Life is a Classroom
by Leslie Sann
In any situation you can be the best student possible. ~ John Morton
The start of the year is a great time to set intentions for the next twelve months. One way to do this is to review the past year. Your own experience is the best teacher. It tells you about what works, what doesn’t, the nature of success, relationships, and what brings you contentment and satisfaction.
By consciously considering the lessons that are available to learn, you turn your life into a classroom in which you can learn from your experiences, your mistakes, and your success.
There is no wrong way to do life – no matter what occurs, every situation can be used as an opportunity for learning. When we value learning over outdated definitions of success, we begin to live life with the greatest opportunity for fulfillment.
We grow through adversity. That which presents itself as a challenge is there to serve us if we embrace it with the willingness to learn. That’s how we turn stumbling blocks into stepping stones. Whatever life presents, you can teach yourself to ask, “What can I learn from this? How can I use this to grow? What is the value here for me?”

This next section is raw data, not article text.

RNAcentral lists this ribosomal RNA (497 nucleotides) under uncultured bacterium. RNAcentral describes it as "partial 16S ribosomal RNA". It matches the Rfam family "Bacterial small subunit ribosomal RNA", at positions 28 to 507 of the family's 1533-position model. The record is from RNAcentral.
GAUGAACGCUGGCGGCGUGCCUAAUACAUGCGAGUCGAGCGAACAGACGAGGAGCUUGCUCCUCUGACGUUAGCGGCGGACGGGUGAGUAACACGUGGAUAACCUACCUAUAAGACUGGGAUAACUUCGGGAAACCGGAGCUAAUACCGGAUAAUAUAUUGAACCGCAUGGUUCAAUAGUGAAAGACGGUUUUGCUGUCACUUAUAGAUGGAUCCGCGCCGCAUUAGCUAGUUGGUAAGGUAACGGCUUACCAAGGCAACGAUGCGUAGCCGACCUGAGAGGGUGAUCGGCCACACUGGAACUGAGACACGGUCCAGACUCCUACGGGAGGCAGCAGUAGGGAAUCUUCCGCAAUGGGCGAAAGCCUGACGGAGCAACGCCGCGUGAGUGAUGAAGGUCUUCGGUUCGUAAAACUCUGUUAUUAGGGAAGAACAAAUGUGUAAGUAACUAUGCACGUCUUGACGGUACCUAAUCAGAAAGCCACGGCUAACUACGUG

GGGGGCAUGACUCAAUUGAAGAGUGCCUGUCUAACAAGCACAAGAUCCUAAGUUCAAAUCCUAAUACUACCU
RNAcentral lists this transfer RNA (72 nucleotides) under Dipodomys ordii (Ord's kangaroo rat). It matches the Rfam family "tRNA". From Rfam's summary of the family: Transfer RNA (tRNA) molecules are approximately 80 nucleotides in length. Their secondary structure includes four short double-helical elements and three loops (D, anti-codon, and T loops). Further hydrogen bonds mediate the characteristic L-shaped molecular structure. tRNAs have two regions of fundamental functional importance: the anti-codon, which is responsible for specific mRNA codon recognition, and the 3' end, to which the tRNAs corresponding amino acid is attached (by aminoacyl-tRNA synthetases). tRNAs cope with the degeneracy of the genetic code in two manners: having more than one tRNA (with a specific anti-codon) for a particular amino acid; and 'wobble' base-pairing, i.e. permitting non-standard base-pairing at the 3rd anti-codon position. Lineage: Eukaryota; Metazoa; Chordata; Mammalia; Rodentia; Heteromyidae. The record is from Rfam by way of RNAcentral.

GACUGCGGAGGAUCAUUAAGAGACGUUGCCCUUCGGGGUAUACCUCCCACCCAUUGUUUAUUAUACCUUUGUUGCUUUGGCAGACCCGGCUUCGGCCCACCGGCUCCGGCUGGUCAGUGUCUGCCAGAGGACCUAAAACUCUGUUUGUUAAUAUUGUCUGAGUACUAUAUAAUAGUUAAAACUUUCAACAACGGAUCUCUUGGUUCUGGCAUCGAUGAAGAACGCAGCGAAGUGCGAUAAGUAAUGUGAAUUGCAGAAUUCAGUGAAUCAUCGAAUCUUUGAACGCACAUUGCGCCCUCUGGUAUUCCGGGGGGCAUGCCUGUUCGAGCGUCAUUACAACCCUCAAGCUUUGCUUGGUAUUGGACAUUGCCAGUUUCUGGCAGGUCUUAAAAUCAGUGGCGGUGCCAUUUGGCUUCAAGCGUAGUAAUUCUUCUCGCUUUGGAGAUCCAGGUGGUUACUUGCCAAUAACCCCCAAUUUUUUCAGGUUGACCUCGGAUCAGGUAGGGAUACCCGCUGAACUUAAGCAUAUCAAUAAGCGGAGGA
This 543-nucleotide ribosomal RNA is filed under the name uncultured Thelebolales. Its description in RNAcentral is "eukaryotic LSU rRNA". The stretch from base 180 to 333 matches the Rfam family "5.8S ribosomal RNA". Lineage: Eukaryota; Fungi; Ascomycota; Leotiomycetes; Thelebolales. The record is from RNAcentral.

A key to success is to experience life as an ongoing opportunity for learning. It is as if Earth were a school and we’re always in class. It is up to us to determine our own course of study.
I encourage you to review your year and notice where you feel challenged, stuck, tripped up and consider what is the opportunity for learning. Remembering that learning is a process, not an event, choose your focus for this year and open yourself to expanded possibilities and new experiences!
- As you reflect over the past year, think about what learning you would like to focus on this next year. These can be lessons you’ve become aware of and put into practice, or based on the results you produced, lessons you’d like to learn.
- Whenever you get to stuck places, ask yourself, “What if this WEREN’T a problem? What if this were a learning opportunity?”
- Write your responses stated in clear, straight advise or instructions to yourself.
- When you are finished, ask yourself which ones, if you embody this year, will make the biggest difference?
- Highlight your top three and write them up as reminders/guidelines for this next year. (You’re not forgetting the other lessons, just focusing on these for now.)
- Write the statements focused on what you are choosing to do versus what you no longer want to do. Example: “I will take one day off a week to relax and rejuvenate,” versus “I no longer work 7 days a week.”
- Allow yourself to review these lessons periodically and check in with yourself as to how you are doing. If you are off course, you can put in a course correction and get back on track.
By the end of the year you will be surprised at the difference this exercise can make!
Blessings and Joy,